Tenzin Tsundue started off by acknowledging United States and India’s inability to assist Tibet—country efforts that are thwarted by business interests. Tsundue recognized India’s particularly immense desire to lessen neighborly tensions and claimed that “India gives us [Tibetans] our strength, our confidence—India is our guru.” Tsundue pointed to Tibetan unity on the boycott of Losar in honor of self-immolations, defining the “Tibetan Leverage” to be the Tibetan freedom struggle itself. “If there is any leverage India seeks—it’s the Tibetan people—they make the Tibetan freedom struggle a threat to China.” He warned of an impending Chinese collapse that will drastically damage the western corporate investment that has propped China up. “We are already free and have nothing to lose aside from Chinese insecurity.” Tsundue asserted that if China has any fear, it is of the unity and the spiritual strength of the Tibetan people. He affirmed that ‘this is the leverage Tibetans have to offer.’
Major General Vinod Saighal contended that ‘dialogues’ are among equals, and the western recession has eliminated the ability of many governments continue respectable dialogue with China. “Money talks… the day that India can ‘talk’ will be the day India tells China to talk to a representative of His Holiness.” Until then, General Saighal suggested Tibetan nonviolence itself to be the ‘Tibetan Leverage,” as a force the world has never seen before.
An audience of students of various levels, news media, concerned citizens, and intellectuals responded to the statements with follow-up questions and requests for elaboration during the preliminary question an answer session, held before a break for hi-tea.
In response to a question requesting concrete examples of potential Indian action, Tempa Tsering claimed that India had already done everything within its political limitations, and Guruswamy agreed and said that ‘Freedom is something people must earn themselves.” Tenzin Tsundue pointed to the many political calculations that failed to predict the Arab Spring or the fall of the USSR—human efforts. He suggested that India recognize historical Tibetan independence in order to claim their right to Arunachal Pradesh under the bilateral treaty signed between Tibet and British India in 1914.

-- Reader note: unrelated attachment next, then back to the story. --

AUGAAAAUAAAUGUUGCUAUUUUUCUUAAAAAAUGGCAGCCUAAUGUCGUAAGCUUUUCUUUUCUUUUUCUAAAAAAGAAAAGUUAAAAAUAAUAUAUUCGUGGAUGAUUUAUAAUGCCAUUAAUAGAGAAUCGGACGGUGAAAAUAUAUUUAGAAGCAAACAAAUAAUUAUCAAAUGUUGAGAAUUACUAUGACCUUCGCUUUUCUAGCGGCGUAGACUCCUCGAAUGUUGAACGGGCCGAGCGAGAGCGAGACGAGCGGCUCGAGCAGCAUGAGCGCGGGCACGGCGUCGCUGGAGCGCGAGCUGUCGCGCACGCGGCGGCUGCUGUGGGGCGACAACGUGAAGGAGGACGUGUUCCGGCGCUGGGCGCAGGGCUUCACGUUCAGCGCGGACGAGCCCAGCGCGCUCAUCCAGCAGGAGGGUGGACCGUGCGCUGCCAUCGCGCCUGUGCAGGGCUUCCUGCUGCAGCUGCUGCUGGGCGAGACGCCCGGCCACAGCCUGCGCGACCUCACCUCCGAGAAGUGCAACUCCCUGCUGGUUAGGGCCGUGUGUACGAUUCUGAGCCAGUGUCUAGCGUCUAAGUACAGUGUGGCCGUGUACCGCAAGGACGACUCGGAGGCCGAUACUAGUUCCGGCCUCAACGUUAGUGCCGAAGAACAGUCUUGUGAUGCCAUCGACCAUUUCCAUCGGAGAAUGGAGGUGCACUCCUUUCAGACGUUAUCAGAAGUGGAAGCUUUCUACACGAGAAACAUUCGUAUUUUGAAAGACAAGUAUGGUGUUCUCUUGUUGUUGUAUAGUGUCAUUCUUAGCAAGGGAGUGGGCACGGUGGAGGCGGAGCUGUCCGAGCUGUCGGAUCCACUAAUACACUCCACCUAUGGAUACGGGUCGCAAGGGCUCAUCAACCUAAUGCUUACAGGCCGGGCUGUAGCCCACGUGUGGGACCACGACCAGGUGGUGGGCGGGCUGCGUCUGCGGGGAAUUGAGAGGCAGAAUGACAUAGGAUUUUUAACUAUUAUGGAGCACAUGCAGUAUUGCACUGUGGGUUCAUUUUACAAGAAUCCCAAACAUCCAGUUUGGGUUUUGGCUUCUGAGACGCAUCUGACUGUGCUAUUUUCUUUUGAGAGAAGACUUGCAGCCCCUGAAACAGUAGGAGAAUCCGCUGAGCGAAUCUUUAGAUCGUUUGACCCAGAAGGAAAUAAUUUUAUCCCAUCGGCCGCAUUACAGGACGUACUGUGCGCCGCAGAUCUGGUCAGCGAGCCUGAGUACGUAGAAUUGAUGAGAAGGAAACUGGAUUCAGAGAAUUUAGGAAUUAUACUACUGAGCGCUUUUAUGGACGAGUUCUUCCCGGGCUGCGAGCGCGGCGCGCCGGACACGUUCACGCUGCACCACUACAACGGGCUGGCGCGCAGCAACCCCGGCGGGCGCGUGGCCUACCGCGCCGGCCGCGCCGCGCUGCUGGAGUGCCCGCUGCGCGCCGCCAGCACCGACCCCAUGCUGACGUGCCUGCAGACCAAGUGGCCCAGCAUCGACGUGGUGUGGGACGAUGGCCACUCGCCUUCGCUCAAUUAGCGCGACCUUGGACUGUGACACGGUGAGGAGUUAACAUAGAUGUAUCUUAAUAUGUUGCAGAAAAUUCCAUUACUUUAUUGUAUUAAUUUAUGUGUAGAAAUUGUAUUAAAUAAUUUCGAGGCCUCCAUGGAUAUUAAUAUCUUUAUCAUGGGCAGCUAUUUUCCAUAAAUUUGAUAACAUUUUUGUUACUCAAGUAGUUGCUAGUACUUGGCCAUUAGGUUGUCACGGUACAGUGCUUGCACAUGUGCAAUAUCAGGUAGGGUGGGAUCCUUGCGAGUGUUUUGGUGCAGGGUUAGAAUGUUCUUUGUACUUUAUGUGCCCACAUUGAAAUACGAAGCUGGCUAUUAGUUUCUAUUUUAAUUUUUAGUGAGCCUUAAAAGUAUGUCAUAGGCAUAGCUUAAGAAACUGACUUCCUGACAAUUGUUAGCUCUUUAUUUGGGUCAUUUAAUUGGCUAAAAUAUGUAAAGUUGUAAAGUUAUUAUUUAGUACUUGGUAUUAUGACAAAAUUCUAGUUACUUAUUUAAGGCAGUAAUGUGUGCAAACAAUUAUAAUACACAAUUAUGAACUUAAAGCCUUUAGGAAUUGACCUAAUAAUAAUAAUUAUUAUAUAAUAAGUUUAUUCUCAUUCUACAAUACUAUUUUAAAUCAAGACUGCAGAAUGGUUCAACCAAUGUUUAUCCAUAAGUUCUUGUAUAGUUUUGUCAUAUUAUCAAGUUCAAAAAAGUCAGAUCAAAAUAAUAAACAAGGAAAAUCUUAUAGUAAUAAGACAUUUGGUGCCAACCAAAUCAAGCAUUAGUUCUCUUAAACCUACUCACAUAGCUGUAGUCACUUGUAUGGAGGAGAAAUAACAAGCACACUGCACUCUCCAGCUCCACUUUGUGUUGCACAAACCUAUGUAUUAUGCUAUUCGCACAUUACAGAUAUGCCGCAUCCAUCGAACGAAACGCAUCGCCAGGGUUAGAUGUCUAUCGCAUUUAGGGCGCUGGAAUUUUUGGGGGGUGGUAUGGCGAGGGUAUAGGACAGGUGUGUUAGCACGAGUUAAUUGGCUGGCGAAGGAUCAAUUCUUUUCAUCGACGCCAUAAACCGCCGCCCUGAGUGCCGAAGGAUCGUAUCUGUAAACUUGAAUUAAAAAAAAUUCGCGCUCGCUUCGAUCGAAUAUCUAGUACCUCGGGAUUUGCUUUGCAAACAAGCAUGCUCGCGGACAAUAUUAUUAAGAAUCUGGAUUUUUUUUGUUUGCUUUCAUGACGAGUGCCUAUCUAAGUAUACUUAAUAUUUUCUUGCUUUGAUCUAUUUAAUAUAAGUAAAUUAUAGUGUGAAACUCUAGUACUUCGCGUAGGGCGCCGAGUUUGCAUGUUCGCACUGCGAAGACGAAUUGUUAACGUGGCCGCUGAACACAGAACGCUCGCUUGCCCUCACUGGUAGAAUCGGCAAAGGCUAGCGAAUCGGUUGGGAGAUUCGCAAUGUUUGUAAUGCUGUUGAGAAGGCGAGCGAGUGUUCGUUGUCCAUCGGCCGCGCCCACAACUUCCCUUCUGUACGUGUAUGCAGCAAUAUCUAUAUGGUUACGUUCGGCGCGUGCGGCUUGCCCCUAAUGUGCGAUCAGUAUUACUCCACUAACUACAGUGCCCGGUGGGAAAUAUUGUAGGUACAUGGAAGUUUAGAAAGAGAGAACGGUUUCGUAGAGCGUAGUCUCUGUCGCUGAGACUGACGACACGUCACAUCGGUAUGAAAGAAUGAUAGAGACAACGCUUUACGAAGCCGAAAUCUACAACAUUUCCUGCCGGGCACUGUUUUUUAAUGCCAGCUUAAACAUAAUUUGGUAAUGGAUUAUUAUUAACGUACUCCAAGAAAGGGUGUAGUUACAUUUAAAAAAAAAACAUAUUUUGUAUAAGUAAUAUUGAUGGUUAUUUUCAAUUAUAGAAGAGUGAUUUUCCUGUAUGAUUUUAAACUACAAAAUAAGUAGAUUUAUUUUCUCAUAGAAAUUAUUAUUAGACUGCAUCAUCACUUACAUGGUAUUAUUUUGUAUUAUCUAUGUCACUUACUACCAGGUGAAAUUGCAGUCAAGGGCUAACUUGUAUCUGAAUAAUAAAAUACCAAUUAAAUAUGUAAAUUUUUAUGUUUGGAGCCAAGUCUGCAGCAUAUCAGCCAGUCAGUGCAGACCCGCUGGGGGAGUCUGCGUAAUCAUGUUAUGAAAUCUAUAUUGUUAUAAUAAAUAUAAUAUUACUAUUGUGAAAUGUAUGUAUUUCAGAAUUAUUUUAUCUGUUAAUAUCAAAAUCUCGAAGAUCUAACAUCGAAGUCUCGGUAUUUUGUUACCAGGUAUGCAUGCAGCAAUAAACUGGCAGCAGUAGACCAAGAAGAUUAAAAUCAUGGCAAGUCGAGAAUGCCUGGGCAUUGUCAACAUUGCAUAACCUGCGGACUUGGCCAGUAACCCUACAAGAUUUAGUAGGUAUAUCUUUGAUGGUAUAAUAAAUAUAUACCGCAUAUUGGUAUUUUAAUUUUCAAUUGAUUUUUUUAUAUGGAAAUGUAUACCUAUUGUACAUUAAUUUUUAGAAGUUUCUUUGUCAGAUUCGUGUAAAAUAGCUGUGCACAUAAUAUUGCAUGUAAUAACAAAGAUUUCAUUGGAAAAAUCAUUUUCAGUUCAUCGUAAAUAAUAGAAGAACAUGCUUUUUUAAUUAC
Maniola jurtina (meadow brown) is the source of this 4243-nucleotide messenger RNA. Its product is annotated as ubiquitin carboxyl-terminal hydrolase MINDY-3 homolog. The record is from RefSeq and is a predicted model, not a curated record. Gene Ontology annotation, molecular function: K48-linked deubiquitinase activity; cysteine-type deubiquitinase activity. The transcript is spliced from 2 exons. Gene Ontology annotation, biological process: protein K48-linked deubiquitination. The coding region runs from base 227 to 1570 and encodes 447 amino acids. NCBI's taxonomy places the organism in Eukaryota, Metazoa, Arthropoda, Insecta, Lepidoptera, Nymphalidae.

The panelists also responded to inquiries regarding foreign response to self-immolation and media coverage of Tibetan events. Guruswamy said that while India is ‘unhappy to see people immolating, it has a responsibility as a rising power.’ Tsundue asserted that ‘Tibetans will fight and win our freedom, but we will not kill ourselves – we may set ourselves on fire, but we will not hurt the other. This is our spirit’.
Upon breaking for hi-tea, approximately ten policemen in plain-clothes, led by the Deputy Commissioner of Police, ambushed Tenzin Tsundue while he was speaking with guests and “preventatively arrested” him around 5:30 p.m. TWA officials pleaded with the authorities to let Tsundue complete his commitment, but were met with violent shoves. Tsundue was dragged to his feet and forced out the back door, and his whereabouts remain unknown.
Tenzin Tsundue’s unexpected detainment proved a stark reminder of the reality –‘Tibet’s leverage’-that spawned today’s panel discussion.
TWA was founded in 1959 in Lhasa, Tibet, and is the second-largest Tibetan non-governmental organization in exile. TWA is committed to the Middle Way Policy seeking genuine autonomy within the framework of PRC, and believes that thought-provoking discussion is one of the effective ways to mark President Hu Jintao’s visit to India and suggest the continuation of dialogues among government representatives.
Kirti Dolkar Lhamo, President, TWA: 0-9882291202
Dhardon Sharling, Communications officer, TWA: 0-9418791189